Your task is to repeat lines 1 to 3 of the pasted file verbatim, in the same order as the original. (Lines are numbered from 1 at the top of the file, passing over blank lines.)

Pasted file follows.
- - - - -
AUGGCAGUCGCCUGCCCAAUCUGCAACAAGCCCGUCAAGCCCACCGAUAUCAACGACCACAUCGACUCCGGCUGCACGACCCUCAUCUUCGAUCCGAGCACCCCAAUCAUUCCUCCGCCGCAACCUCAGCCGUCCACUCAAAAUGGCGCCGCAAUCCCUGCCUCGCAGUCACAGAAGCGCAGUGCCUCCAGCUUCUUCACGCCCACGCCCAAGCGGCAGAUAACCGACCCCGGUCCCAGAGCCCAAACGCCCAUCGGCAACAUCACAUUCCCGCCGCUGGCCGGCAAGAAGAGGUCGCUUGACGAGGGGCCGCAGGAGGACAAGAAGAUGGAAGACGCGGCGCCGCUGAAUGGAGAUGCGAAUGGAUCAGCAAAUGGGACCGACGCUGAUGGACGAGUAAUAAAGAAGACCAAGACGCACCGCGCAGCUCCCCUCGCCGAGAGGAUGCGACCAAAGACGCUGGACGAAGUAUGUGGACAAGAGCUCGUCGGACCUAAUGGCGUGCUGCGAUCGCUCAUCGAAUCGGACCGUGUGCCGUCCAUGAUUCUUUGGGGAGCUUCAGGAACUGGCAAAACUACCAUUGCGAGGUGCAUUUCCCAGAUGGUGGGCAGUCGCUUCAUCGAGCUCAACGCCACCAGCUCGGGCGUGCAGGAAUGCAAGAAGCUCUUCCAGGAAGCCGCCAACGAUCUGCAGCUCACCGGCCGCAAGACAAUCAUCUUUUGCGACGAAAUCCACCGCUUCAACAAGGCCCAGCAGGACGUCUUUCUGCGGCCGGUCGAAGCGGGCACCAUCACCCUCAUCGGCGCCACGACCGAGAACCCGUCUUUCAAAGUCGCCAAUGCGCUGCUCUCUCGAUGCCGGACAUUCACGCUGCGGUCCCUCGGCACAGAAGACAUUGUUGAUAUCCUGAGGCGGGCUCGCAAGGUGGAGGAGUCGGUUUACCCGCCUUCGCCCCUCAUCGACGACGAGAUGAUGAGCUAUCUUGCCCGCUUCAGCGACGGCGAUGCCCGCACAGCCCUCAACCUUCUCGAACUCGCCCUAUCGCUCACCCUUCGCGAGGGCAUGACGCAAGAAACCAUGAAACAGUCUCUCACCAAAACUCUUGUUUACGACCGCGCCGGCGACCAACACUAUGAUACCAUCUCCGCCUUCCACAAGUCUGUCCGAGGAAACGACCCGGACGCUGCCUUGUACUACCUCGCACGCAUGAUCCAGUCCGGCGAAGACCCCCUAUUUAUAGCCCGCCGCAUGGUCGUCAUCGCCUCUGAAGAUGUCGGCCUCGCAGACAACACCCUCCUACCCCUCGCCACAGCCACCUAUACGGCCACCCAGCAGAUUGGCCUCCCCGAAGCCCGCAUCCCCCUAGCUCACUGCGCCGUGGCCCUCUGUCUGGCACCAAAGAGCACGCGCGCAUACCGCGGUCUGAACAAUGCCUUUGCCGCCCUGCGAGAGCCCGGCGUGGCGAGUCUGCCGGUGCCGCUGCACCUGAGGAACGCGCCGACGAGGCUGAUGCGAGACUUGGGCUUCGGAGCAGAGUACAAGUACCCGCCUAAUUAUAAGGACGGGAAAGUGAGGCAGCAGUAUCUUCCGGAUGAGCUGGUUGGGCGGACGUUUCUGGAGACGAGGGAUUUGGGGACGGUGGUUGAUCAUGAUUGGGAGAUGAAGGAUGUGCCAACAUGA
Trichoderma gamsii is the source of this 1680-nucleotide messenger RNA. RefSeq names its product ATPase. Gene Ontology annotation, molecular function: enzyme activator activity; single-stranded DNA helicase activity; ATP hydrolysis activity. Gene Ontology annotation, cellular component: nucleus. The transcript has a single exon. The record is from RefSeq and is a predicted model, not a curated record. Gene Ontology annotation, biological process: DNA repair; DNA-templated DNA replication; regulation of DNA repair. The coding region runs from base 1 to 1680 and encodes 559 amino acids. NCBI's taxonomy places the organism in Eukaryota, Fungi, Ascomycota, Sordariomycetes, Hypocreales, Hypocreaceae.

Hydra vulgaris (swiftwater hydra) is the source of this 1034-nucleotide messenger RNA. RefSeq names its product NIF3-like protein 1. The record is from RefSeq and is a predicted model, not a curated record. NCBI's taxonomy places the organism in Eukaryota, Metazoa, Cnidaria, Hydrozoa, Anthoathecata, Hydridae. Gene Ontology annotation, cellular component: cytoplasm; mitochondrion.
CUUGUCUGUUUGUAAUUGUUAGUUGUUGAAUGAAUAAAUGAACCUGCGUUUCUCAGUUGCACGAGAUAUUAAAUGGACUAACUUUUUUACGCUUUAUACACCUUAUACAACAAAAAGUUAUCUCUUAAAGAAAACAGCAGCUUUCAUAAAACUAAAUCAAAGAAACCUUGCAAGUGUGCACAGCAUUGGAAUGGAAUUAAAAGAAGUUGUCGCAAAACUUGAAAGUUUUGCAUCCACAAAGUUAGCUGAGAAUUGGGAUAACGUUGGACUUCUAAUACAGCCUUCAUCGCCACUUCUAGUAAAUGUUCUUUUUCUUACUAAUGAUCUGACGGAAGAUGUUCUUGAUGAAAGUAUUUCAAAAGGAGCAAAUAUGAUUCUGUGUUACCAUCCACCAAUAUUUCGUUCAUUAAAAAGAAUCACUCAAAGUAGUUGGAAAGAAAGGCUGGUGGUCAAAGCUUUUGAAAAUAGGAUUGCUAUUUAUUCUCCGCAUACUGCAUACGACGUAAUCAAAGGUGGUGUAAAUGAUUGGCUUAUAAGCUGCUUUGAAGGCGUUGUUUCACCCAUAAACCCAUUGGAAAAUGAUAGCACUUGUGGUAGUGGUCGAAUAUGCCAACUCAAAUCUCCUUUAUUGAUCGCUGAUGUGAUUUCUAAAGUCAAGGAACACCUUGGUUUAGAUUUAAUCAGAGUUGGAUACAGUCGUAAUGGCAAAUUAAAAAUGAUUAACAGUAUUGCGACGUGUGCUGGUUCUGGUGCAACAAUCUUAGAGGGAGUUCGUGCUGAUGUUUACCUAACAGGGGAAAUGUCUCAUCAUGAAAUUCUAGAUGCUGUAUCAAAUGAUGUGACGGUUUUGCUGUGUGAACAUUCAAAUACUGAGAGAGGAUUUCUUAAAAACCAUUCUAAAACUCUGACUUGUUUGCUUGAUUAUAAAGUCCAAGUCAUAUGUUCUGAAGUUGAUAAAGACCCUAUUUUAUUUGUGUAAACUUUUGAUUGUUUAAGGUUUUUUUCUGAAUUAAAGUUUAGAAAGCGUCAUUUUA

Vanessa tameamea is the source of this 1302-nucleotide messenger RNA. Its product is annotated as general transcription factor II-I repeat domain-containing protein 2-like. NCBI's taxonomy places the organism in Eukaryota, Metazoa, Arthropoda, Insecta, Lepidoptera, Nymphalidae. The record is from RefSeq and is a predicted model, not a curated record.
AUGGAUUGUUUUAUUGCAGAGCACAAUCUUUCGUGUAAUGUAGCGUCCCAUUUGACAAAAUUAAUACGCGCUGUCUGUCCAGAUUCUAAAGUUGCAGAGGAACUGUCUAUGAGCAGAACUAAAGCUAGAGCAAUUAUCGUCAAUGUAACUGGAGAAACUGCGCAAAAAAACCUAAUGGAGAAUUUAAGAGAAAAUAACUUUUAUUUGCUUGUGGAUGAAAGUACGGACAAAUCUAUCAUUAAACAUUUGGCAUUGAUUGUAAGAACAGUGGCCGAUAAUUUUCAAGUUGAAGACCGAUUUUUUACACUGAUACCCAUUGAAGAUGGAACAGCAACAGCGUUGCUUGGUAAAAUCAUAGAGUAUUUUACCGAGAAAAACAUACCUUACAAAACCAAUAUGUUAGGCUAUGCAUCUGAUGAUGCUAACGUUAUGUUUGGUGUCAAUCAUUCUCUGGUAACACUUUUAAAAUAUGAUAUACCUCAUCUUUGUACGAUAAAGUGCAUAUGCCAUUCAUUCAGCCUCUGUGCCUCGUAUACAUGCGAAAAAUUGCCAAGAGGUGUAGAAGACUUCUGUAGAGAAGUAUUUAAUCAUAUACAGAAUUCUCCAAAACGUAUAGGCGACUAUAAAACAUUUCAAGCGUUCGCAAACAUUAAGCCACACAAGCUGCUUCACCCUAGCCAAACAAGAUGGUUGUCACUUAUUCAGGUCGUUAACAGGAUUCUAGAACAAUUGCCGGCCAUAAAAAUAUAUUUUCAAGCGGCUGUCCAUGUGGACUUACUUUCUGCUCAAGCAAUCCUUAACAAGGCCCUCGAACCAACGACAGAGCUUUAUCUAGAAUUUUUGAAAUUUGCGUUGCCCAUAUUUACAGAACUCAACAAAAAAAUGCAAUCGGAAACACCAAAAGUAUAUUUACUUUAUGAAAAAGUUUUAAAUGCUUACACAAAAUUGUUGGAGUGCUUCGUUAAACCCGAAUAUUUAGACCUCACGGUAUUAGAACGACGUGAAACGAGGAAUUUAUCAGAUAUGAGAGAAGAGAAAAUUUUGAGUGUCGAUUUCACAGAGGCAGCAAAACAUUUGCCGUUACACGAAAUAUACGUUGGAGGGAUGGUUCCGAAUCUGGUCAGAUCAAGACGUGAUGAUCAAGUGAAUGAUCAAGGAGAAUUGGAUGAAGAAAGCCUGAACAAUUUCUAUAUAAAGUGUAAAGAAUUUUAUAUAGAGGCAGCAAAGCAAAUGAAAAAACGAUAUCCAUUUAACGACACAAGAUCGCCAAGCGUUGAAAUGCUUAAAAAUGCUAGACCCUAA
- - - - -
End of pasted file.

AUGGCAGUCGCCUGCCCAAUCUGCAACAAGCCCGUCAAGCCCACCGAUAUCAACGACCACAUCGACUCCGGCUGCACGACCCUCAUCUUCGAUCCGAGCACCCCAAUCAUUCCUCCGCCGCAACCUCAGCCGUCCACUCAAAAUGGCGCCGCAAUCCCUGCCUCGCAGUCACAGAAGCGCAGUGCCUCCAGCUUCUUCACGCCCACGCCCAAGCGGCAGAUAACCGACCCCGGUCCCAGAGCCCAAACGCCCAUCGGCAACAUCACAUUCCCGCCGCUGGCCGGCAAGAAGAGGUCGCUUGACGAGGGGCCGCAGGAGGACAAGAAGAUGGAAGACGCGGCGCCGCUGAAUGGAGAUGCGAAUGGAUCAGCAAAUGGGACCGACGCUGAUGGACGAGUAAUAAAGAAGACCAAGACGCACCGCGCAGCUCCCCUCGCCGAGAGGAUGCGACCAAAGACGCUGGACGAAGUAUGUGGACAAGAGCUCGUCGGACCUAAUGGCGUGCUGCGAUCGCUCAUCGAAUCGGACCGUGUGCCGUCCAUGAUUCUUUGGGGAGCUUCAGGAACUGGCAAAACUACCAUUGCGAGGUGCAUUUCCCAGAUGGUGGGCAGUCGCUUCAUCGAGCUCAACGCCACCAGCUCGGGCGUGCAGGAAUGCAAGAAGCUCUUCCAGGAAGCCGCCAACGAUCUGCAGCUCACCGGCCGCAAGACAAUCAUCUUUUGCGACGAAAUCCACCGCUUCAACAAGGCCCAGCAGGACGUCUUUCUGCGGCCGGUCGAAGCGGGCACCAUCACCCUCAUCGGCGCCACGACCGAGAACCCGUCUUUCAAAGUCGCCAAUGCGCUGCUCUCUCGAUGCCGGACAUUCACGCUGCGGUCCCUCGGCACAGAAGACAUUGUUGAUAUCCUGAGGCGGGCUCGCAAGGUGGAGGAGUCGGUUUACCCGCCUUCGCCCCUCAUCGACGACGAGAUGAUGAGCUAUCUUGCCCGCUUCAGCGACGGCGAUGCCCGCACAGCCCUCAACCUUCUCGAACUCGCCCUAUCGCUCACCCUUCGCGAGGGCAUGACGCAAGAAACCAUGAAACAGUCUCUCACCAAAACUCUUGUUUACGACCGCGCCGGCGACCAACACUAUGAUACCAUCUCCGCCUUCCACAAGUCUGUCCGAGGAAACGACCCGGACGCUGCCUUGUACUACCUCGCACGCAUGAUCCAGUCCGGCGAAGACCCCCUAUUUAUAGCCCGCCGCAUGGUCGUCAUCGCCUCUGAAGAUGUCGGCCUCGCAGACAACACCCUCCUACCCCUCGCCACAGCCACCUAUACGGCCACCCAGCAGAUUGGCCUCCCCGAAGCCCGCAUCCCCCUAGCUCACUGCGCCGUGGCCCUCUGUCUGGCACCAAAGAGCACGCGCGCAUACCGCGGUCUGAACAAUGCCUUUGCCGCCCUGCGAGAGCCCGGCGUGGCGAGUCUGCCGGUGCCGCUGCACCUGAGGAACGCGCCGACGAGGCUGAUGCGAGACUUGGGCUUCGGAGCAGAGUACAAGUACCCGCCUAAUUAUAAGGACGGGAAAGUGAGGCAGCAGUAUCUUCCGGAUGAGCUGGUUGGGCGGACGUUUCUGGAGACGAGGGAUUUGGGGACGGUGGUUGAUCAUGAUUGGGAGAUGAAGGAUGUGCCAACAUGA
Trichoderma gamsii is the source of this 1680-nucleotide messenger RNA. RefSeq names its product ATPase. Gene Ontology annotation, molecular function: enzyme activator activity; single-stranded DNA helicase activity; ATP hydrolysis activity. Gene Ontology annotation, cellular component: nucleus. The transcript has a single exon. The record is from RefSeq and is a predicted model, not a curated record. Gene Ontology annotation, biological process: DNA repair; DNA-templated DNA replication; regulation of DNA repair. The coding region runs from base 1 to 1680 and encodes 559 amino acids. NCBI's taxonomy places the organism in Eukaryota, Fungi, Ascomycota, Sordariomycetes, Hypocreales, Hypocreaceae.

Hydra vulgaris (swiftwater hydra) is the source of this 1034-nucleotide messenger RNA. RefSeq names its product NIF3-like protein 1. The record is from RefSeq and is a predicted model, not a curated record. NCBI's taxonomy places the organism in Eukaryota, Metazoa, Cnidaria, Hydrozoa, Anthoathecata, Hydridae. Gene Ontology annotation, cellular component: cytoplasm; mitochondrion.